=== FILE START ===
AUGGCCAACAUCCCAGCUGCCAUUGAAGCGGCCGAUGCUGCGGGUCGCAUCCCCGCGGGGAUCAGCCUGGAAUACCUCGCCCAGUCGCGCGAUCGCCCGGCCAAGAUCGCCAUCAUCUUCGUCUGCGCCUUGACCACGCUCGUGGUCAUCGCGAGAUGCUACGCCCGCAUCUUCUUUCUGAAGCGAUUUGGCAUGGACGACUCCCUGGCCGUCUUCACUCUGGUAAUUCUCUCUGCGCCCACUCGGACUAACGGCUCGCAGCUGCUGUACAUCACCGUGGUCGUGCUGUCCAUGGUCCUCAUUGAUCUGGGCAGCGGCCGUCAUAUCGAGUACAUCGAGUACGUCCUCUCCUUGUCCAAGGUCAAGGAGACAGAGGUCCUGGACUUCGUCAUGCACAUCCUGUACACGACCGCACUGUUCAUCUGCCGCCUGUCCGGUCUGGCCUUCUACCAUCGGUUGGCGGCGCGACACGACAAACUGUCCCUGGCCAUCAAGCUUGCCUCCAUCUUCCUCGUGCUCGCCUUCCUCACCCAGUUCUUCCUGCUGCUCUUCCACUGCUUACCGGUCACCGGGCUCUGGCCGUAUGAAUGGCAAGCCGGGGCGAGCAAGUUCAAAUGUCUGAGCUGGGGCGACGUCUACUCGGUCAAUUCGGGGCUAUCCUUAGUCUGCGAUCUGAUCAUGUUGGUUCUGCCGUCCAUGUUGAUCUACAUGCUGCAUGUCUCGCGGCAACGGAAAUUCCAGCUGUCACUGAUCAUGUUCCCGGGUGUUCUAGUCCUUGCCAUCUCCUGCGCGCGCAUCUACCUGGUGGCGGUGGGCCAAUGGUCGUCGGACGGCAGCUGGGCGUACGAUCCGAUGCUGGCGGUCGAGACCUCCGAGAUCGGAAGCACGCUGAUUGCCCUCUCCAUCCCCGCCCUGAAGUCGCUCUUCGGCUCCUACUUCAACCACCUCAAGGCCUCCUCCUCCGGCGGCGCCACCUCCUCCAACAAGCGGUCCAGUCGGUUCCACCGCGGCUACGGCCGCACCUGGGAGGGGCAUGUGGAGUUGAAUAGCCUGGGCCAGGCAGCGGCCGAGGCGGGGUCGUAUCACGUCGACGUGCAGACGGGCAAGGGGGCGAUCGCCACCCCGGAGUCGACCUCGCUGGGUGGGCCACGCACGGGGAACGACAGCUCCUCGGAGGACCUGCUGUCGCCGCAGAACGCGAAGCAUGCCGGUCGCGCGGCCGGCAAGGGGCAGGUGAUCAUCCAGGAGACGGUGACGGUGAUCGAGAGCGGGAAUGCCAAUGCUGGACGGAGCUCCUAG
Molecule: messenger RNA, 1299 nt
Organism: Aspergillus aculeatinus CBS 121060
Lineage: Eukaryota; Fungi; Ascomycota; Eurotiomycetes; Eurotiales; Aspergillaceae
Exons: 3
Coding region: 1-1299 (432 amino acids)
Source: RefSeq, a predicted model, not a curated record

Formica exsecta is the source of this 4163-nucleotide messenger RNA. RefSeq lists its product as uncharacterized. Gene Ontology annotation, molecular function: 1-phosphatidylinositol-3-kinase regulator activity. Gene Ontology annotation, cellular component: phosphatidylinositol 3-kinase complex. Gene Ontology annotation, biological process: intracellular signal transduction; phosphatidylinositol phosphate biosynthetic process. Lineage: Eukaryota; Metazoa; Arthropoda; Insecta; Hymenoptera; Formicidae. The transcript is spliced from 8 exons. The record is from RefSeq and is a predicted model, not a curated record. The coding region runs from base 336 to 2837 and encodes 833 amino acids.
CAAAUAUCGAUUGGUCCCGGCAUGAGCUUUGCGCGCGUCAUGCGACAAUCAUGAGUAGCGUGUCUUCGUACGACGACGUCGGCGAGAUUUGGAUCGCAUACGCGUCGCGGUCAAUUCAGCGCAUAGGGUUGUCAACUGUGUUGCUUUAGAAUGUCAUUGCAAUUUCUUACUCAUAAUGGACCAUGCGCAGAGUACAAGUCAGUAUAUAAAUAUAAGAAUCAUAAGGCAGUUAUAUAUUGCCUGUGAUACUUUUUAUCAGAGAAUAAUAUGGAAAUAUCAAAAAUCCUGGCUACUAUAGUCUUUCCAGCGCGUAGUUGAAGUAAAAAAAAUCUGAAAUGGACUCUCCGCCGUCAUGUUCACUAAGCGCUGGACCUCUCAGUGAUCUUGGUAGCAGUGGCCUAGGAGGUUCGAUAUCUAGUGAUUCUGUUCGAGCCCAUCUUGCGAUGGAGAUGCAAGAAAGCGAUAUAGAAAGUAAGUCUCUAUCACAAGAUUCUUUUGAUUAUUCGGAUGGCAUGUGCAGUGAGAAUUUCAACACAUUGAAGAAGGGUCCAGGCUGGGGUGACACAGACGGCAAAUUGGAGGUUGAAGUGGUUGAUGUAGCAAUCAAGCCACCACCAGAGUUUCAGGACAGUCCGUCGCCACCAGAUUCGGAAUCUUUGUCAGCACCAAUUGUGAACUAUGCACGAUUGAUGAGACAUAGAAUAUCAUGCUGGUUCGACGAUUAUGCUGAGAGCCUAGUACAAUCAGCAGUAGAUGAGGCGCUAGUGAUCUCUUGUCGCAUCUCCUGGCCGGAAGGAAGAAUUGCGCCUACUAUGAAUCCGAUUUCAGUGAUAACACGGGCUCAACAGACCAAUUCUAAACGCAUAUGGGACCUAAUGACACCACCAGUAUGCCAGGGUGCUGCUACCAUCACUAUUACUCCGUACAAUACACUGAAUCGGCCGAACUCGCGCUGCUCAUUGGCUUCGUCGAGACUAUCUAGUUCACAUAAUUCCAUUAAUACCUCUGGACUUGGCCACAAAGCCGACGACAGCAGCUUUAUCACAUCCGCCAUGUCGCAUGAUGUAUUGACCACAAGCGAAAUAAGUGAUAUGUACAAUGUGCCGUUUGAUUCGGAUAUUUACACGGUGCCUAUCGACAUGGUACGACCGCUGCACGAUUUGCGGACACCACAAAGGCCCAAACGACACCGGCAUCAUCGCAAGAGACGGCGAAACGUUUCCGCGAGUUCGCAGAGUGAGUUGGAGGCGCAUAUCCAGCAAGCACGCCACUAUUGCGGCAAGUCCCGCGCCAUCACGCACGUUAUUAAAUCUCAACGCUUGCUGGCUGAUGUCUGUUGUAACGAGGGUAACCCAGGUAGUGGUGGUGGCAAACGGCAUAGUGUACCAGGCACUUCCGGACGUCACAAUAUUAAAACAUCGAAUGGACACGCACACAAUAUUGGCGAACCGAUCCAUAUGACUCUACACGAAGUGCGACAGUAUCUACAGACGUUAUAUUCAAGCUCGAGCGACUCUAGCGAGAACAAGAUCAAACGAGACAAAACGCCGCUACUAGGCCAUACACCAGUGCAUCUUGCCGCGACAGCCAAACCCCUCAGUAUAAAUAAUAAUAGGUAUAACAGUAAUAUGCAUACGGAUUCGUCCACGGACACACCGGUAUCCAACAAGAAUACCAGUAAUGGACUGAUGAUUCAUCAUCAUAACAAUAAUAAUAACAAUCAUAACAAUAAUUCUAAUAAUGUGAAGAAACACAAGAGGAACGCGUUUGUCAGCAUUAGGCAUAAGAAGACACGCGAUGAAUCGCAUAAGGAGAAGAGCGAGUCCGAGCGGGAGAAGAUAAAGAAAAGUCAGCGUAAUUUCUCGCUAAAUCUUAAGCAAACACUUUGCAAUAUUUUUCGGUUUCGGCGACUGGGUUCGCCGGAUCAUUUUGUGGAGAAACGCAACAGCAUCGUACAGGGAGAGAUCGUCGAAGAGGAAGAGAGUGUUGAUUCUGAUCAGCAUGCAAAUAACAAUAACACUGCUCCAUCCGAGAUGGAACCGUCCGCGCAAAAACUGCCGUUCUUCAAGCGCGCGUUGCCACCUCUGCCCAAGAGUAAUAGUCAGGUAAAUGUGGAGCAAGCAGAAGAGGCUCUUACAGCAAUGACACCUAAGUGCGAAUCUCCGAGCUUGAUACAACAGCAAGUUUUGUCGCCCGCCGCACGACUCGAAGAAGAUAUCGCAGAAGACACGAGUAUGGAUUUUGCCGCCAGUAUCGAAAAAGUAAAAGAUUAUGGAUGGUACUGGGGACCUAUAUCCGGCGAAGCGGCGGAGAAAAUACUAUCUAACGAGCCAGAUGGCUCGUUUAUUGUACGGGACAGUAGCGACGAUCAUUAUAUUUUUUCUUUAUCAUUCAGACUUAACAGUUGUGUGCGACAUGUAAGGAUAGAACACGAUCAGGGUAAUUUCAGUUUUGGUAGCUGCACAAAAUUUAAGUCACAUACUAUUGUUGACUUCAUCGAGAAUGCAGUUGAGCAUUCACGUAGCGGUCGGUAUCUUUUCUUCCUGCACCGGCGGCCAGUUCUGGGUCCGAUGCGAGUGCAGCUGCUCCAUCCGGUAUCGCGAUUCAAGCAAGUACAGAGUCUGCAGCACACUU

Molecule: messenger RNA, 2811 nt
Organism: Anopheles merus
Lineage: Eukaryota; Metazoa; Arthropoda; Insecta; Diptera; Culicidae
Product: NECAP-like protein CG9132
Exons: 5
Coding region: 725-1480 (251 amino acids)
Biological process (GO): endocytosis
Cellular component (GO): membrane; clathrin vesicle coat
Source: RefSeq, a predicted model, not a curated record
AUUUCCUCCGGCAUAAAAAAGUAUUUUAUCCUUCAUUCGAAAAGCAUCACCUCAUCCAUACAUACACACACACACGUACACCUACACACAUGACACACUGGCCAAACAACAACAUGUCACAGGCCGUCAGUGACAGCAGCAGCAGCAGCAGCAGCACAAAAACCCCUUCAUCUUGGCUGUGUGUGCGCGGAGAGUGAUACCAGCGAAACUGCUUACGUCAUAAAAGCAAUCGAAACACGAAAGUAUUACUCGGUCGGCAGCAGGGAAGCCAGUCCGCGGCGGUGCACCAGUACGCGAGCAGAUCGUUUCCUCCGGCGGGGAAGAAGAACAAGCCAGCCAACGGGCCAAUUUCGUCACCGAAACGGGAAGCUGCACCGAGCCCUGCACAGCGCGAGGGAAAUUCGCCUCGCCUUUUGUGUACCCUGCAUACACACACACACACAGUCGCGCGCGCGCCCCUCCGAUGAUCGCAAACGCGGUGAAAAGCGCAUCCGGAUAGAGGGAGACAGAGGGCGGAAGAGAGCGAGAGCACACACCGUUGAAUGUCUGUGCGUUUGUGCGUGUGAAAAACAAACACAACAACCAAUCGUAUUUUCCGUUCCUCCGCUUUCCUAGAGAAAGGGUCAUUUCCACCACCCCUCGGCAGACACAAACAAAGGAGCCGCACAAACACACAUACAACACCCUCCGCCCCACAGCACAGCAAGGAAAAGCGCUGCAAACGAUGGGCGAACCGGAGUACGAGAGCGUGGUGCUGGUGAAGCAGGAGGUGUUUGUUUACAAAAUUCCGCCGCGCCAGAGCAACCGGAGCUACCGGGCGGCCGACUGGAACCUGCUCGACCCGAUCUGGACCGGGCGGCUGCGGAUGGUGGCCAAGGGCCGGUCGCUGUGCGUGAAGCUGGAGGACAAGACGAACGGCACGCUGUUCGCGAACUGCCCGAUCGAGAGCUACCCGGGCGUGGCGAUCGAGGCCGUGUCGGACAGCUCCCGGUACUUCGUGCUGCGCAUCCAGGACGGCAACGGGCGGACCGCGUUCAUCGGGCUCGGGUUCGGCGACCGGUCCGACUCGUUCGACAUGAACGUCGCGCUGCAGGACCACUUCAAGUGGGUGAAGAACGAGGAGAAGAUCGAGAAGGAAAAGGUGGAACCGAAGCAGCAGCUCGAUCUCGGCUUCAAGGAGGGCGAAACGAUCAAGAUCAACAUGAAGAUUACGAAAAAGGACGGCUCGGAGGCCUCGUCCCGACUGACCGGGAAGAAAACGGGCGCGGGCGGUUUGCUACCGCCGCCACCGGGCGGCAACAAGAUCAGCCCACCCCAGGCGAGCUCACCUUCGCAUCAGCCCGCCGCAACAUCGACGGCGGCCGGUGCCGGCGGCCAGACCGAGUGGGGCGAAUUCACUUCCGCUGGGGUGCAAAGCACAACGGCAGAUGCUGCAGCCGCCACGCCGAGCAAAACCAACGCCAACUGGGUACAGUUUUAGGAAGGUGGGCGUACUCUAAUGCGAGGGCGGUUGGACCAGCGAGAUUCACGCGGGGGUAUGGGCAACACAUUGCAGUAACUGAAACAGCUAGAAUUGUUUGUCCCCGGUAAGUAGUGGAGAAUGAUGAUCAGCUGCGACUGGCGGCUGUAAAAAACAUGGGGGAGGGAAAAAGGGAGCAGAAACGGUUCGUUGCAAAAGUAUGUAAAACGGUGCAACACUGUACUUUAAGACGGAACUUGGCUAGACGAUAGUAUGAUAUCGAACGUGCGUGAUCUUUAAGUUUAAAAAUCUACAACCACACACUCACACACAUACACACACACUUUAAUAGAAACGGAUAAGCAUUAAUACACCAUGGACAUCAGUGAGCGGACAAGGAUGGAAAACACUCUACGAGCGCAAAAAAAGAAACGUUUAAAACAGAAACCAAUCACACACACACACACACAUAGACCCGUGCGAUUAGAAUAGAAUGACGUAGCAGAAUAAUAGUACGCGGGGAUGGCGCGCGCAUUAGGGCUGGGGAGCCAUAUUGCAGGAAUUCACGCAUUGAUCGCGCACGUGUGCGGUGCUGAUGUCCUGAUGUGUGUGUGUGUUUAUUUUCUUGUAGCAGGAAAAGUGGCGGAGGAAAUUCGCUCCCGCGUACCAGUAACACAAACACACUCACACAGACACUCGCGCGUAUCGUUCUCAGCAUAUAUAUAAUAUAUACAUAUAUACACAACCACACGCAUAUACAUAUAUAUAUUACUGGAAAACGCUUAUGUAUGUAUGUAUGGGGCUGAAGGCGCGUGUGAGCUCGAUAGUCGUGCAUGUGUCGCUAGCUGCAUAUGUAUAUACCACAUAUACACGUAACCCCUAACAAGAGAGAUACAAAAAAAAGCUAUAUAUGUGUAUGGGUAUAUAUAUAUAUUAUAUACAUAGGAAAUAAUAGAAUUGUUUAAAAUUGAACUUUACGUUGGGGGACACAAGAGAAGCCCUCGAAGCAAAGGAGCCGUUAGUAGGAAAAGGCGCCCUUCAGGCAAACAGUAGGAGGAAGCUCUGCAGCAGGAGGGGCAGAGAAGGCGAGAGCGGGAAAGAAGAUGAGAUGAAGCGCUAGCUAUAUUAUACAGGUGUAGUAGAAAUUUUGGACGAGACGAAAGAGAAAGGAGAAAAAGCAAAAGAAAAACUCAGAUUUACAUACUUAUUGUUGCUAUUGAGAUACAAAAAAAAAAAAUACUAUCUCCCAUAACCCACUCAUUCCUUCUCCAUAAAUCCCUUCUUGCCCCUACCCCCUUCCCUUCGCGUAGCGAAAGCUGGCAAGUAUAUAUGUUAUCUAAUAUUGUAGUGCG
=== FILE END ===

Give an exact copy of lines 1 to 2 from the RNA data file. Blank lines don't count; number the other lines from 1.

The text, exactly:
AUGGCCAACAUCCCAGCUGCCAUUGAAGCGGCCGAUGCUGCGGGUCGCAUCCCCGCGGGGAUCAGCCUGGAAUACCUCGCCCAGUCGCGCGAUCGCCCGGCCAAGAUCGCCAUCAUCUUCGUCUGCGCCUUGACCACGCUCGUGGUCAUCGCGAGAUGCUACGCCCGCAUCUUCUUUCUGAAGCGAUUUGGCAUGGACGACUCCCUGGCCGUCUUCACUCUGGUAAUUCUCUCUGCGCCCACUCGGACUAACGGCUCGCAGCUGCUGUACAUCACCGUGGUCGUGCUGUCCAUGGUCCUCAUUGAUCUGGGCAGCGGCCGUCAUAUCGAGUACAUCGAGUACGUCCUCUCCUUGUCCAAGGUCAAGGAGACAGAGGUCCUGGACUUCGUCAUGCACAUCCUGUACACGACCGCACUGUUCAUCUGCCGCCUGUCCGGUCUGGCCUUCUACCAUCGGUUGGCGGCGCGACACGACAAACUGUCCCUGGCCAUCAAGCUUGCCUCCAUCUUCCUCGUGCUCGCCUUCCUCACCCAGUUCUUCCUGCUGCUCUUCCACUGCUUACCGGUCACCGGGCUCUGGCCGUAUGAAUGGCAAGCCGGGGCGAGCAAGUUCAAAUGUCUGAGCUGGGGCGACGUCUACUCGGUCAAUUCGGGGCUAUCCUUAGUCUGCGAUCUGAUCAUGUUGGUUCUGCCGUCCAUGUUGAUCUACAUGCUGCAUGUCUCGCGGCAACGGAAAUUCCAGCUGUCACUGAUCAUGUUCCCGGGUGUUCUAGUCCUUGCCAUCUCCUGCGCGCGCAUCUACCUGGUGGCGGUGGGCCAAUGGUCGUCGGACGGCAGCUGGGCGUACGAUCCGAUGCUGGCGGUCGAGACCUCCGAGAUCGGAAGCACGCUGAUUGCCCUCUCCAUCCCCGCCCUGAAGUCGCUCUUCGGCUCCUACUUCAACCACCUCAAGGCCUCCUCCUCCGGCGGCGCCACCUCCUCCAACAAGCGGUCCAGUCGGUUCCACCGCGGCUACGGCCGCACCUGGGAGGGGCAUGUGGAGUUGAAUAGCCUGGGCCAGGCAGCGGCCGAGGCGGGGUCGUAUCACGUCGACGUGCAGACGGGCAAGGGGGCGAUCGCCACCCCGGAGUCGACCUCGCUGGGUGGGCCACGCACGGGGAACGACAGCUCCUCGGAGGACCUGCUGUCGCCGCAGAACGCGAAGCAUGCCGGUCGCGCGGCCGGCAAGGGGCAGGUGAUCAUCCAGGAGACGGUGACGGUGAUCGAGAGCGGGAAUGCCAAUGCUGGACGGAGCUCCUAG
Molecule: messenger RNA, 1299 nt